French Defense Minster Lecornu confirms delivery of 28 Safran Patroller tactical drones to 61st Artillery Regiment

According to an Opex360 article by Laurent Lagneau published on May 5, the report attached to the draft military programming law (LPM) 2024-30 contains errors. The report states that the Ground Force (Army) will have 17 Patroller tactical drone systems (SDT) by 2030, which is 12 more than planned. However, each SDT consists of 5 Patroller drones and 2 ground stations, making this a significant increase in effort. This is not surprising, as the Minister of the Armed Forces, Sébastien Lecornu, had emphasized the importance of drones before the publication of the LPM 2024-30 project.

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French Defense Minster Lecornu confirms delivery of 28 Patroller tactical drones to 61st Artillery Regiment Safran Patroller displayed at the Le Bourget airshow 2019 (Picture source: Wikipedia/ Gervaisjc)

The report suggests that tactical drone systems with diverse and useful armaments will enhance operational efficiency. However, the Army will not receive 85 Patroller drones, as the report implies. During a hearing in the Senate on May 3, Mr. Lecornu acknowledged that a mistake had been made in the report, and the actual target remains at 5 systems, which equals 25 drones and 10 ground stations.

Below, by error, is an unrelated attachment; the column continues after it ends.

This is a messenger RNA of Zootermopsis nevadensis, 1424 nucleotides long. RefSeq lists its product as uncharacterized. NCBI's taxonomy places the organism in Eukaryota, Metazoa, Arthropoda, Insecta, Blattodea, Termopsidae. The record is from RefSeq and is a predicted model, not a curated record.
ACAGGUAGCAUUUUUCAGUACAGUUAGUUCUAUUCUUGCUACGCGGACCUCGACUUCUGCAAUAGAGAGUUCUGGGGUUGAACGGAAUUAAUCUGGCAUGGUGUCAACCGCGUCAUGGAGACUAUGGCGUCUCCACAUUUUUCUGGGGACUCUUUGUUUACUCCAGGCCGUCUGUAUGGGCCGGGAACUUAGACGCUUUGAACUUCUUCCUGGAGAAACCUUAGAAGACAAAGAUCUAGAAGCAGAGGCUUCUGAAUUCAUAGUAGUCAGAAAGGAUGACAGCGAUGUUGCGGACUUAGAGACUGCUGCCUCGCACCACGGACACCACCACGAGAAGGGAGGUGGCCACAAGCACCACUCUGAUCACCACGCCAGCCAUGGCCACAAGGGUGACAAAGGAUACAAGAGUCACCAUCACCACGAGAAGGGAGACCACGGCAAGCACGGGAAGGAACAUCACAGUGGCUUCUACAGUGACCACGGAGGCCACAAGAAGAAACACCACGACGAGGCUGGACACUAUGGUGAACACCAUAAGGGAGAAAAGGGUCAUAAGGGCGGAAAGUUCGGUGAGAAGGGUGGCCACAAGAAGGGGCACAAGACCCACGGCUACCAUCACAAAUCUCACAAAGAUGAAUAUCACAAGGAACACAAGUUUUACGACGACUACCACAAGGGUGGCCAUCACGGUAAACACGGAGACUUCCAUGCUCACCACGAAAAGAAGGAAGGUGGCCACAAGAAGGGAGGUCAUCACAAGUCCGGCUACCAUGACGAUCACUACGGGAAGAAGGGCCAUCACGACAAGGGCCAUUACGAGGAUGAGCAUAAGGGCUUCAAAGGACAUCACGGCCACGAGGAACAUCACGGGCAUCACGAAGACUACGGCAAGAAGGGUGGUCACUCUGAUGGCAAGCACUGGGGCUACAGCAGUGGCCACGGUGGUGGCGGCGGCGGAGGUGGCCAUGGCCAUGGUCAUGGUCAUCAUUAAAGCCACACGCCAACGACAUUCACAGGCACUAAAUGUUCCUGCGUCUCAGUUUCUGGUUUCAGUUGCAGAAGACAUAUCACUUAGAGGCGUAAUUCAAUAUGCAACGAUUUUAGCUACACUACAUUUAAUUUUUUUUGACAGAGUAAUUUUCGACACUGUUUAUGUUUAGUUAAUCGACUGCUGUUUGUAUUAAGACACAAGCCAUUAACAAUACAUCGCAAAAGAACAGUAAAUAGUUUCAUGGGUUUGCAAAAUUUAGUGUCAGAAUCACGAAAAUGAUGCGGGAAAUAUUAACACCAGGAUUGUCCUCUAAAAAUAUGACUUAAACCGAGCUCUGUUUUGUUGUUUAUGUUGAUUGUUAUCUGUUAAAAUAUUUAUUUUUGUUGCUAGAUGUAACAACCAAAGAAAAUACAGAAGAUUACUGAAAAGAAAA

On May 4, Mr. Lecornu confirmed that the Army will receive 5 systems (28 drones), along with financing for blocks that provide intelligence or fire support. The Patroller project was initiated in April 2016, and Safran was awarded the contract by former Minister of Defense Jean-Yves Le Drian. The project initially included two operational systems and a 4-vector system for training. However, the LPM 2019-25 raised the target to 5 operational systems by 2030.

The Patroller, which was certified by the Directorate General of Armaments in February, is based on the German Stemme S15 motorglider and can fly at an altitude of 20,000 feet for 20 hours. It is equipped with a Euroflir 410 optronic ball, a laser designation pod, an electronic warfare load, and a PicoSAR AESA radar provided by Leonardo. These features allow it to detect mobile land targets and collect images using synthetic aperture radar (SAR).